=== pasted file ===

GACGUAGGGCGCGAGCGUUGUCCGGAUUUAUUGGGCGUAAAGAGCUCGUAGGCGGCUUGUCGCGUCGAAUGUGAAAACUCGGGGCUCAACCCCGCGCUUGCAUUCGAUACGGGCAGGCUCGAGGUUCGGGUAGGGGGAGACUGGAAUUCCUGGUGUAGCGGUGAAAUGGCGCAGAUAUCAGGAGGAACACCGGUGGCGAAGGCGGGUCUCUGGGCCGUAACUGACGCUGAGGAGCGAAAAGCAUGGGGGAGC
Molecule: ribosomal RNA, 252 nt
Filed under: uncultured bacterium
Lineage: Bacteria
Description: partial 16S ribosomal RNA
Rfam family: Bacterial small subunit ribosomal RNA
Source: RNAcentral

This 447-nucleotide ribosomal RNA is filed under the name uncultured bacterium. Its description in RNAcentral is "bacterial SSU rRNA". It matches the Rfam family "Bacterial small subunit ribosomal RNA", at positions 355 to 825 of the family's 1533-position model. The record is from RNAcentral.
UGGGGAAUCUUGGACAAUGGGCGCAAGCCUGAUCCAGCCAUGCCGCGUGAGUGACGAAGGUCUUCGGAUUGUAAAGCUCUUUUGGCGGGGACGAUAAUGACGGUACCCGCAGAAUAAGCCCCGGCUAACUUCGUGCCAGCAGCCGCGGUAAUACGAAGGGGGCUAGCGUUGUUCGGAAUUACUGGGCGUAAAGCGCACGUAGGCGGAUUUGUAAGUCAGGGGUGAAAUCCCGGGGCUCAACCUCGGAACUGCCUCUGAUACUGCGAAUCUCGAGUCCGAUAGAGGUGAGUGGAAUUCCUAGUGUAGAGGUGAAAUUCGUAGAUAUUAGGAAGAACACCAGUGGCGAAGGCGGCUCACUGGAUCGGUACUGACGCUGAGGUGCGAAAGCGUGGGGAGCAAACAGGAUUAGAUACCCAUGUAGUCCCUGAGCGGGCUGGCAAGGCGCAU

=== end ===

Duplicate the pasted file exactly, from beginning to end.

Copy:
GACGUAGGGCGCGAGCGUUGUCCGGAUUUAUUGGGCGUAAAGAGCUCGUAGGCGGCUUGUCGCGUCGAAUGUGAAAACUCGGGGCUCAACCCCGCGCUUGCAUUCGAUACGGGCAGGCUCGAGGUUCGGGUAGGGGGAGACUGGAAUUCCUGGUGUAGCGGUGAAAUGGCGCAGAUAUCAGGAGGAACACCGGUGGCGAAGGCGGGUCUCUGGGCCGUAACUGACGCUGAGGAGCGAAAAGCAUGGGGGAGC
Molecule: ribosomal RNA, 252 nt
Filed under: uncultured bacterium
Lineage: Bacteria
Description: partial 16S ribosomal RNA
Rfam family: Bacterial small subunit ribosomal RNA
Source: RNAcentral

This 447-nucleotide ribosomal RNA is filed under the name uncultured bacterium. Its description in RNAcentral is "bacterial SSU rRNA". It matches the Rfam family "Bacterial small subunit ribosomal RNA", at positions 355 to 825 of the family's 1533-position model. The record is from RNAcentral.
UGGGGAAUCUUGGACAAUGGGCGCAAGCCUGAUCCAGCCAUGCCGCGUGAGUGACGAAGGUCUUCGGAUUGUAAAGCUCUUUUGGCGGGGACGAUAAUGACGGUACCCGCAGAAUAAGCCCCGGCUAACUUCGUGCCAGCAGCCGCGGUAAUACGAAGGGGGCUAGCGUUGUUCGGAAUUACUGGGCGUAAAGCGCACGUAGGCGGAUUUGUAAGUCAGGGGUGAAAUCCCGGGGCUCAACCUCGGAACUGCCUCUGAUACUGCGAAUCUCGAGUCCGAUAGAGGUGAGUGGAAUUCCUAGUGUAGAGGUGAAAUUCGUAGAUAUUAGGAAGAACACCAGUGGCGAAGGCGGCUCACUGGAUCGGUACUGACGCUGAGGUGCGAAAGCGUGGGGAGCAAACAGGAUUAGAUACCCAUGUAGUCCCUGAGCGGGCUGGCAAGGCGCAU